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I have a LOT of computer equipment in my bonus room. Additionally, during the summer, our HVAC system has difficulty keeping it cool (as a side note, the HVAC was replaced recently, so it is not defective - just your typical issues with a zoned system in the dead of summer).

During the summer I use a portable air conditioner to try to keep from roasting. However, with all my equipment running, adding in the air conditioner will frequently trip the breaker, which I believe is a standard 15-amp.

If I wanted to upgrade the circuit to 20 amps or higher in order to sustain the load, I suspect it would take both a new circuit breaker and rewiring the outlets with heavier gauge wire, correct? Anything else?

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you could run a second line from another (new) breaker to the room it's simpler and color coding the outlets will let you balance the load more easily (and you can get up to 30 amps instead of only 20) –  ratchet freak Jan 11 '12 at 0:18
    
Not sure how much stuff you have -- but do you actually need it all in that room? If you can relocate some things to a basement/crawlspace and just run the wires you need, you not only avoid the heat, but also lower the noise and free up space. Gigabit network is a start, but you can also get KVM extenders, long video/audio/usb/HDMI/etc cables (possible to do very long runs over Cat5), etc. Not much you can't do remotely these days. –  gregmac Jan 11 '12 at 8:03
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2 Answers

up vote 3 down vote accepted

"Upgrading" the circuit involves running a new cable (of thicker gauge). Basically you would be replacing a 15 amp circuit with a 20 amp, for a benefit of 5 amps but with all of the work of just running a new circuit (either 15 or 20) which would give you a total of 30-35 amps instead of 20. Because you also have two circuits, if one blows, only loose whatever was on that circuit instead of everything.

Running a new circuit is the way to go. As a commenter said, you can "balance" the load. Ideally you would not have the AC on the same circuit as your computer as the motors can put off electrical noise.

The gauge of wire you use will depend on the amperage and distance. If your room is upstairs with the bedrooms, code will often require an arc-fault breaker to be used.

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2008 code updated but not enforced by all municipalities:As of January 2008 only "combination type" AFCIs will meet the NEC requirement. The 2008 NEC requires the installation of combination-type AFCIs in all 15 and 20 ampere residential circuits with the exception of laundries, kitchens, bathrooms, garages and unfinished basements. Wikipedia Where I live I think 3 out of 7 towns are enforcing 2008 code on this with more to follow. –  lqlarry Jan 11 '12 at 3:21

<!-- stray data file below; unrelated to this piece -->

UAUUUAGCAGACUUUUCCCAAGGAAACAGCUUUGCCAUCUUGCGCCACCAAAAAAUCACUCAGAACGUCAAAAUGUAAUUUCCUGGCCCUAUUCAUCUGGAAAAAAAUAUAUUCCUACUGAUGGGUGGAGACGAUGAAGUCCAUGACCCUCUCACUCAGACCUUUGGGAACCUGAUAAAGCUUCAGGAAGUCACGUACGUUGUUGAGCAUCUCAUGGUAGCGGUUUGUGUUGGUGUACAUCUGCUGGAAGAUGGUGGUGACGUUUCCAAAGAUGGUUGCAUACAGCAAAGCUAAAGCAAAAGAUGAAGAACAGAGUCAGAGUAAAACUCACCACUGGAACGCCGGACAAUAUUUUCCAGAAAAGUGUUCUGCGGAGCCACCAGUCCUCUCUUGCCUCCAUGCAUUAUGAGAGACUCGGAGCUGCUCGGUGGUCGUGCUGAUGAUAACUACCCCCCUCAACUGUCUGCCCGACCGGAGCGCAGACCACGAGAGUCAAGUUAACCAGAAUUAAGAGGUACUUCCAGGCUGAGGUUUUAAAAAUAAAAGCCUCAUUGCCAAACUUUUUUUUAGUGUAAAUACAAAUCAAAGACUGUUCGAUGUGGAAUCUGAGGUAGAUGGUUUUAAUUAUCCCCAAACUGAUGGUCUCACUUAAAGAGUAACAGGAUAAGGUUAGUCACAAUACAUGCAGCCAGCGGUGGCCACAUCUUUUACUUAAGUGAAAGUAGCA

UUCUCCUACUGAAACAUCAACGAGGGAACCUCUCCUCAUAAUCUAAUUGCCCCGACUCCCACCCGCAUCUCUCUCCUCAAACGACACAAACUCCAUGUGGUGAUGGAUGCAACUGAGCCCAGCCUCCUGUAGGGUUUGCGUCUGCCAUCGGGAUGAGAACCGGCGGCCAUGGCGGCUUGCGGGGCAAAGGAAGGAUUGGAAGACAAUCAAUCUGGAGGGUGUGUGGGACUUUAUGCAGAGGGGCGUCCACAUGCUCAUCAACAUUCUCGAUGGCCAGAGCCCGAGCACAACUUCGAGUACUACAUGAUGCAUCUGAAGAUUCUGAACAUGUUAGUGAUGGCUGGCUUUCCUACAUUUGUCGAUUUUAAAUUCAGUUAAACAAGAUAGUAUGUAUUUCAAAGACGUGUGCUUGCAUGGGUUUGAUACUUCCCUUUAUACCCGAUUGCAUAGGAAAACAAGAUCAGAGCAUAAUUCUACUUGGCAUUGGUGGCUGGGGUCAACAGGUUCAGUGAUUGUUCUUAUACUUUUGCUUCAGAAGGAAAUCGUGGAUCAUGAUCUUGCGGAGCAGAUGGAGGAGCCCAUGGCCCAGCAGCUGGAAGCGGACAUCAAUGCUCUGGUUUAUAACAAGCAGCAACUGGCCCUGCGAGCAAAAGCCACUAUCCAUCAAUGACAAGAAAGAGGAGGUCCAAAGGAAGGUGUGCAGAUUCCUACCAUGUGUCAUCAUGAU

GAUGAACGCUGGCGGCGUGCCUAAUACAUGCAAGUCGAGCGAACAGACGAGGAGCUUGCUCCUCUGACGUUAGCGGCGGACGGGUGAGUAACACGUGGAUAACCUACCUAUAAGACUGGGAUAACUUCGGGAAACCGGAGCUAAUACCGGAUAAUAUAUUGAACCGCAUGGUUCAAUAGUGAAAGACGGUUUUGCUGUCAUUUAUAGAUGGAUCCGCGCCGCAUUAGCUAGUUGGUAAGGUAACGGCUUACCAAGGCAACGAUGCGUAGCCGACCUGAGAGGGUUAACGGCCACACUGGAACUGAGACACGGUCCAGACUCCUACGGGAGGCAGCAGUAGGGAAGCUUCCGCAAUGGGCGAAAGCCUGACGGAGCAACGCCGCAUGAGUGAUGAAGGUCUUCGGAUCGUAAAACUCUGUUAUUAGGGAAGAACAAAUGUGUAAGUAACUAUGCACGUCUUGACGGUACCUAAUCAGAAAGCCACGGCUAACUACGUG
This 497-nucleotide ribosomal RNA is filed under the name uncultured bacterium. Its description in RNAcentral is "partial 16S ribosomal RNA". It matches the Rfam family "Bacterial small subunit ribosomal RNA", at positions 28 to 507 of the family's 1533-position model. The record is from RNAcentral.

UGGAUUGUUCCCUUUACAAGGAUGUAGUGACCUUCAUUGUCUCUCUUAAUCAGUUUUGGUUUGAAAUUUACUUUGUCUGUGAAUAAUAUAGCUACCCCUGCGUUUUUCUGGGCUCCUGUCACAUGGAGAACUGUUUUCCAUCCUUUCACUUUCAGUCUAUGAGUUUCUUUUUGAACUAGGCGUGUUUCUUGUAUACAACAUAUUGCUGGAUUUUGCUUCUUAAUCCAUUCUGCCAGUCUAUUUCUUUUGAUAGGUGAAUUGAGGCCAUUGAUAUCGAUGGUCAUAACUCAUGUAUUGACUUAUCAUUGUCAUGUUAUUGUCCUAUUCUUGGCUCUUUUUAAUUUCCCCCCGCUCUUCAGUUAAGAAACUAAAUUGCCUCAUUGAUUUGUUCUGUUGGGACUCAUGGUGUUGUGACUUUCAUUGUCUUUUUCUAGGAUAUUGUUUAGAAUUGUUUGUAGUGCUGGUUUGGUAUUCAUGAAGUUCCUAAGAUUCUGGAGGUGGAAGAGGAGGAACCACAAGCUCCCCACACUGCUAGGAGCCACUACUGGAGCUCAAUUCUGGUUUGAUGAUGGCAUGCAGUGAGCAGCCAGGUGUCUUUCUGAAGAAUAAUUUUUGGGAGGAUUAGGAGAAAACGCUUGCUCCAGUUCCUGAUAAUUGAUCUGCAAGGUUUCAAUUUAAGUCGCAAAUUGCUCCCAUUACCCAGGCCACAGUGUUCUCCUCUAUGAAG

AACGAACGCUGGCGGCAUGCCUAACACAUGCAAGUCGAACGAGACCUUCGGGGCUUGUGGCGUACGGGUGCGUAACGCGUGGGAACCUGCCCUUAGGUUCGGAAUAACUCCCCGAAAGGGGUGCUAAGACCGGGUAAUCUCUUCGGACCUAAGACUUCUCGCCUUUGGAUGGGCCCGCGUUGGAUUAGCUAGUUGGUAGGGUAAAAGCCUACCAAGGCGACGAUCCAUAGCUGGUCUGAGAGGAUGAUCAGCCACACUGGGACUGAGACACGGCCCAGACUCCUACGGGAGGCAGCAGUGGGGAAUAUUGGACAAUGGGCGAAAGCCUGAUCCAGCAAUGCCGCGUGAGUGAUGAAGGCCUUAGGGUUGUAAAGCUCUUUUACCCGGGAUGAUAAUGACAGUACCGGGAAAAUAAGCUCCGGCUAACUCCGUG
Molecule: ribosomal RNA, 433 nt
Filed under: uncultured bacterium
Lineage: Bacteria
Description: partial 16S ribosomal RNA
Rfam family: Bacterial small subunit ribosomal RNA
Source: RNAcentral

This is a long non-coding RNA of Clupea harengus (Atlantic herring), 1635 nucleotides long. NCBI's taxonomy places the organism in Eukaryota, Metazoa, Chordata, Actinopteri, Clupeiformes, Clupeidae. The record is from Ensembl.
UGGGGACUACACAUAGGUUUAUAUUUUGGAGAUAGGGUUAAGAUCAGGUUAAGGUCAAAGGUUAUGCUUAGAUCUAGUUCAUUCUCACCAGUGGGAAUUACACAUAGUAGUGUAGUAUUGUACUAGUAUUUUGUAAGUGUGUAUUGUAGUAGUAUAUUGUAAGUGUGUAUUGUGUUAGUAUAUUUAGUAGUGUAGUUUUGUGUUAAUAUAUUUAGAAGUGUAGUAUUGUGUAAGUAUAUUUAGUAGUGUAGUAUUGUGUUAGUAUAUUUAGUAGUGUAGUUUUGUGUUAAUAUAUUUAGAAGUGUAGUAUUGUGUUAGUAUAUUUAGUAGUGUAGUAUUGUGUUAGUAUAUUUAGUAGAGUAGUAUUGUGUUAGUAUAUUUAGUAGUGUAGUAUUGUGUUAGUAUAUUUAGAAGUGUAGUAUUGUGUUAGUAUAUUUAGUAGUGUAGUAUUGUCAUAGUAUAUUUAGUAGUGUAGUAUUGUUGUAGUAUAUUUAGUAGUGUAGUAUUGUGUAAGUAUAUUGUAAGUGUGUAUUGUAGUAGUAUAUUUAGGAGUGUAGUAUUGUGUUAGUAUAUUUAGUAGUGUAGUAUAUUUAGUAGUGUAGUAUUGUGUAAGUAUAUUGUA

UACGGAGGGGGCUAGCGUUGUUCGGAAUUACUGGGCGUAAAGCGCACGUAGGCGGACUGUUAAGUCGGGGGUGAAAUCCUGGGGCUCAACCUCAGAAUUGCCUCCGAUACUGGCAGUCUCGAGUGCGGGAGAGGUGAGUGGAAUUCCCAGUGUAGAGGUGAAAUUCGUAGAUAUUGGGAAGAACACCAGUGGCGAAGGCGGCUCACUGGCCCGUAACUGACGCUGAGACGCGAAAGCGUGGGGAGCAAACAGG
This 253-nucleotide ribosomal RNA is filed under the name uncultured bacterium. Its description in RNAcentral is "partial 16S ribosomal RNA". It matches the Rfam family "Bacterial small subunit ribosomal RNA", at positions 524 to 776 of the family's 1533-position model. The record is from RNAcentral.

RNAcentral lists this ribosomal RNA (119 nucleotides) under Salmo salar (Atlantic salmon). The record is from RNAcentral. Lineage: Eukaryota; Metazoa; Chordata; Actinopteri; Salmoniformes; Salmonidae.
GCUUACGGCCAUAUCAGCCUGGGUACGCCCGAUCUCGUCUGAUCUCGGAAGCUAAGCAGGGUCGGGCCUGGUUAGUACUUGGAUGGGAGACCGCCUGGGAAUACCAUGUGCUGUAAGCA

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If you decide to run a new circuit, you could run a 240V 30A subpanel to that room, and then have all the power you could want, for only a little more cost & effort. –  Jay Bazuzi Jan 11 '12 at 5:03
    
@JayBazuzi did you buy stock in a company that makes sub panels recently? –  Tester101 Jan 11 '12 at 13:03
    
You'd think so... –  Jay Bazuzi Jan 11 '12 at 17:50
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I agree with just adding a new circuit instead of replacing the existing one. If you do that, you might want to consider making it a 240 volt circuit. One plus with a 240 volt circuit is that the AFCI requirement does not apply. One NEC rule (210.6(A)(2)) does require the circuit be for no loads smaller than 1440 VA. You can get around this limitation with a UPS which is 1440 VA or larger. The "208" volt models would be the ones to choose.

This will double your added capacity. You will be limited to only running 240 volt devices. Virtually all computers handle either dual voltage by a switch, or an autorange from 100 volts to 240 volts. You'll still have the previous 120 volt circuit for everything else (but for best surge protection, do not connect anything between devices running on different circuits, unless it is an optical or RF connection).

The cost impact of a 240 volt circuit is the price difference of a 2-pole non-AFCI breaker vs. a 1-pole AFCI breaker (probably about the same), the panel space this new breaker takes up, and a few inches of marking tape to make the cable in the wall legal by wrapping black, red, or blue around both ends of the white wire (since it won't be a neutral on a 240 volt circuit).

A couple suggested UPSes for 240 volts:

For 2000 VA ... http://powerquality.eaton.com/PW9130G2000T-XLEU.aspx?CX=3

For 3000 VA ... http://powerquality.eaton.com/PW9130G3000T-XLEU.aspx?CX=3

If you choose these UPSes you might want the NEMA L6-20 "twist and lock" type outlet. Your electrician should know what "L6-20" means (if not, hire a different one that does). These UPSes give you 8 C13 type outlets that cords which plug into computer towers use, so all you need is to get some C14 to C13 power extension cords).

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If you're going to run a 240V circuit, you could use an extra conductor (so 12/3 instead of 12/2) and get a 240V/120V circuit, which is much more useful. If you bump up to 10/3, you get a 30A subpanel out of it... more useful still. But I'm a subpanel freak. –  Jay Bazuzi Jan 11 '12 at 6:16
    
All true. And you could add a surge protector to that subpanel and have everything connected from it all protected together the way surge protection is supposed to work. –  Skaperen Jan 11 '12 at 7:01
    
And while you are at it may as well buy a large liebert UPS to power the whole place :) –  Steven Jan 11 '12 at 17:54
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